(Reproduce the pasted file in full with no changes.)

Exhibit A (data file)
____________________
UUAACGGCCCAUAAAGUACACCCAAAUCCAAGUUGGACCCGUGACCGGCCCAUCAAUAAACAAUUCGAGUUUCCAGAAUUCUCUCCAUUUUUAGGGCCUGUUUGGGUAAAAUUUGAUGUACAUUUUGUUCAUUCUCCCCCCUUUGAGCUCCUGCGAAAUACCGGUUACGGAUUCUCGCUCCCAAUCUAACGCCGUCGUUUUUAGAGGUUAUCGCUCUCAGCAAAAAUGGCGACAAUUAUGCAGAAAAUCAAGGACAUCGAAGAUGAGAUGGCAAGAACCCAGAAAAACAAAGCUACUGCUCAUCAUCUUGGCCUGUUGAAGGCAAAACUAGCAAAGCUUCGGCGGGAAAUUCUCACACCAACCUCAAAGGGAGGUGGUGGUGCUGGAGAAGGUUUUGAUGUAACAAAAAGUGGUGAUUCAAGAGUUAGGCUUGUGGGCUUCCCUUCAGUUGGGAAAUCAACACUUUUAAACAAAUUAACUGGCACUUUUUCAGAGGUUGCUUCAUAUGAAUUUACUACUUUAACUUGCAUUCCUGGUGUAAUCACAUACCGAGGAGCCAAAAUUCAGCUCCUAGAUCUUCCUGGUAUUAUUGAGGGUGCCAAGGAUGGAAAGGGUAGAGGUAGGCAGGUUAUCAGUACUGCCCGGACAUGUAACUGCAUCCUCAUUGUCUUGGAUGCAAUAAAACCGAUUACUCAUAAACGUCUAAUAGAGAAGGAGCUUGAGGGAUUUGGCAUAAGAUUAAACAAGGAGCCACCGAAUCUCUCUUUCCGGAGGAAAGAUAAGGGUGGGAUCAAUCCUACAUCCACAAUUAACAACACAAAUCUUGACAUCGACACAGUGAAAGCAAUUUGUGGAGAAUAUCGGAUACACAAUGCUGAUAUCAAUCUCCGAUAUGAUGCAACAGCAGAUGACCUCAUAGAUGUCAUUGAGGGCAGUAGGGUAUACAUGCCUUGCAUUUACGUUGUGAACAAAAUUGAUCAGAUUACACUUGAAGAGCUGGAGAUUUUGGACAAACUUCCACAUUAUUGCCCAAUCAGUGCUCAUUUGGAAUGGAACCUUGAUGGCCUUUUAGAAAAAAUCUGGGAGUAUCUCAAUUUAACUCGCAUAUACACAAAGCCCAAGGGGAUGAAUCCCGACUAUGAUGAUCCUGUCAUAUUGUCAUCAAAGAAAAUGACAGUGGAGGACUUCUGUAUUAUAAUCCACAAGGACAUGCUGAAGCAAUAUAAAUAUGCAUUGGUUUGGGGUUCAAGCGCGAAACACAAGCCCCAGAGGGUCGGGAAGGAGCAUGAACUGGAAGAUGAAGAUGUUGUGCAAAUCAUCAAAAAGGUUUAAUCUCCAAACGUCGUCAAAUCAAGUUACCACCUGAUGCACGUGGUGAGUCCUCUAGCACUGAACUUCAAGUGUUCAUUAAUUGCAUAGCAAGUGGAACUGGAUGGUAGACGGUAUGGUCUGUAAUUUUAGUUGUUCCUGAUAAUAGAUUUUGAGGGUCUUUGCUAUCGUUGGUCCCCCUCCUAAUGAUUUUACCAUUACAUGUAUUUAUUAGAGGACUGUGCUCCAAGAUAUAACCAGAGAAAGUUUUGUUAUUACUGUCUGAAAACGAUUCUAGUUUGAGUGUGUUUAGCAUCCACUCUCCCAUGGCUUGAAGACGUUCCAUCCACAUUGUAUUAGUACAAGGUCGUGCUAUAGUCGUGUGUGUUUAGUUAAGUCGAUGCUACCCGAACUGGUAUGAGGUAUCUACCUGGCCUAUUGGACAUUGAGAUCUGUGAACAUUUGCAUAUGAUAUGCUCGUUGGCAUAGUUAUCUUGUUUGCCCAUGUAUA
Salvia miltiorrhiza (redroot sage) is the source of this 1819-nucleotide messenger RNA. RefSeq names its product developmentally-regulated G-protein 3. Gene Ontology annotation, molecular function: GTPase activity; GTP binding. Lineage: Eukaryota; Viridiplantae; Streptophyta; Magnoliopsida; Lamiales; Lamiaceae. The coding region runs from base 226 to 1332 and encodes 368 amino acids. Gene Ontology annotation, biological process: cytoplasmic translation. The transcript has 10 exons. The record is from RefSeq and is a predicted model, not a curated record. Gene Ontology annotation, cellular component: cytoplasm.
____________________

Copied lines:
UUAACGGCCCAUAAAGUACACCCAAAUCCAAGUUGGACCCGUGACCGGCCCAUCAAUAAACAAUUCGAGUUUCCAGAAUUCUCUCCAUUUUUAGGGCCUGUUUGGGUAAAAUUUGAUGUACAUUUUGUUCAUUCUCCCCCCUUUGAGCUCCUGCGAAAUACCGGUUACGGAUUCUCGCUCCCAAUCUAACGCCGUCGUUUUUAGAGGUUAUCGCUCUCAGCAAAAAUGGCGACAAUUAUGCAGAAAAUCAAGGACAUCGAAGAUGAGAUGGCAAGAACCCAGAAAAACAAAGCUACUGCUCAUCAUCUUGGCCUGUUGAAGGCAAAACUAGCAAAGCUUCGGCGGGAAAUUCUCACACCAACCUCAAAGGGAGGUGGUGGUGCUGGAGAAGGUUUUGAUGUAACAAAAAGUGGUGAUUCAAGAGUUAGGCUUGUGGGCUUCCCUUCAGUUGGGAAAUCAACACUUUUAAACAAAUUAACUGGCACUUUUUCAGAGGUUGCUUCAUAUGAAUUUACUACUUUAACUUGCAUUCCUGGUGUAAUCACAUACCGAGGAGCCAAAAUUCAGCUCCUAGAUCUUCCUGGUAUUAUUGAGGGUGCCAAGGAUGGAAAGGGUAGAGGUAGGCAGGUUAUCAGUACUGCCCGGACAUGUAACUGCAUCCUCAUUGUCUUGGAUGCAAUAAAACCGAUUACUCAUAAACGUCUAAUAGAGAAGGAGCUUGAGGGAUUUGGCAUAAGAUUAAACAAGGAGCCACCGAAUCUCUCUUUCCGGAGGAAAGAUAAGGGUGGGAUCAAUCCUACAUCCACAAUUAACAACACAAAUCUUGACAUCGACACAGUGAAAGCAAUUUGUGGAGAAUAUCGGAUACACAAUGCUGAUAUCAAUCUCCGAUAUGAUGCAACAGCAGAUGACCUCAUAGAUGUCAUUGAGGGCAGUAGGGUAUACAUGCCUUGCAUUUACGUUGUGAACAAAAUUGAUCAGAUUACACUUGAAGAGCUGGAGAUUUUGGACAAACUUCCACAUUAUUGCCCAAUCAGUGCUCAUUUGGAAUGGAACCUUGAUGGCCUUUUAGAAAAAAUCUGGGAGUAUCUCAAUUUAACUCGCAUAUACACAAAGCCCAAGGGGAUGAAUCCCGACUAUGAUGAUCCUGUCAUAUUGUCAUCAAAGAAAAUGACAGUGGAGGACUUCUGUAUUAUAAUCCACAAGGACAUGCUGAAGCAAUAUAAAUAUGCAUUGGUUUGGGGUUCAAGCGCGAAACACAAGCCCCAGAGGGUCGGGAAGGAGCAUGAACUGGAAGAUGAAGAUGUUGUGCAAAUCAUCAAAAAGGUUUAAUCUCCAAACGUCGUCAAAUCAAGUUACCACCUGAUGCACGUGGUGAGUCCUCUAGCACUGAACUUCAAGUGUUCAUUAAUUGCAUAGCAAGUGGAACUGGAUGGUAGACGGUAUGGUCUGUAAUUUUAGUUGUUCCUGAUAAUAGAUUUUGAGGGUCUUUGCUAUCGUUGGUCCCCCUCCUAAUGAUUUUACCAUUACAUGUAUUUAUUAGAGGACUGUGCUCCAAGAUAUAACCAGAGAAAGUUUUGUUAUUACUGUCUGAAAACGAUUCUAGUUUGAGUGUGUUUAGCAUCCACUCUCCCAUGGCUUGAAGACGUUCCAUCCACAUUGUAUUAGUACAAGGUCGUGCUAUAGUCGUGUGUGUUUAGUUAAGUCGAUGCUACCCGAACUGGUAUGAGGUAUCUACCUGGCCUAUUGGACAUUGAGAUCUGUGAACAUUUGCAUAUGAUAUGCUCGUUGGCAUAGUUAUCUUGUUUGCCCAUGUAUA
Salvia miltiorrhiza (redroot sage) is the source of this 1819-nucleotide messenger RNA. RefSeq names its product developmentally-regulated G-protein 3. Gene Ontology annotation, molecular function: GTPase activity; GTP binding. Lineage: Eukaryota; Viridiplantae; Streptophyta; Magnoliopsida; Lamiales; Lamiaceae. The coding region runs from base 226 to 1332 and encodes 368 amino acids. Gene Ontology annotation, biological process: cytoplasmic translation. The transcript has 10 exons. The record is from RefSeq and is a predicted model, not a curated record. Gene Ontology annotation, cellular component: cytoplasm.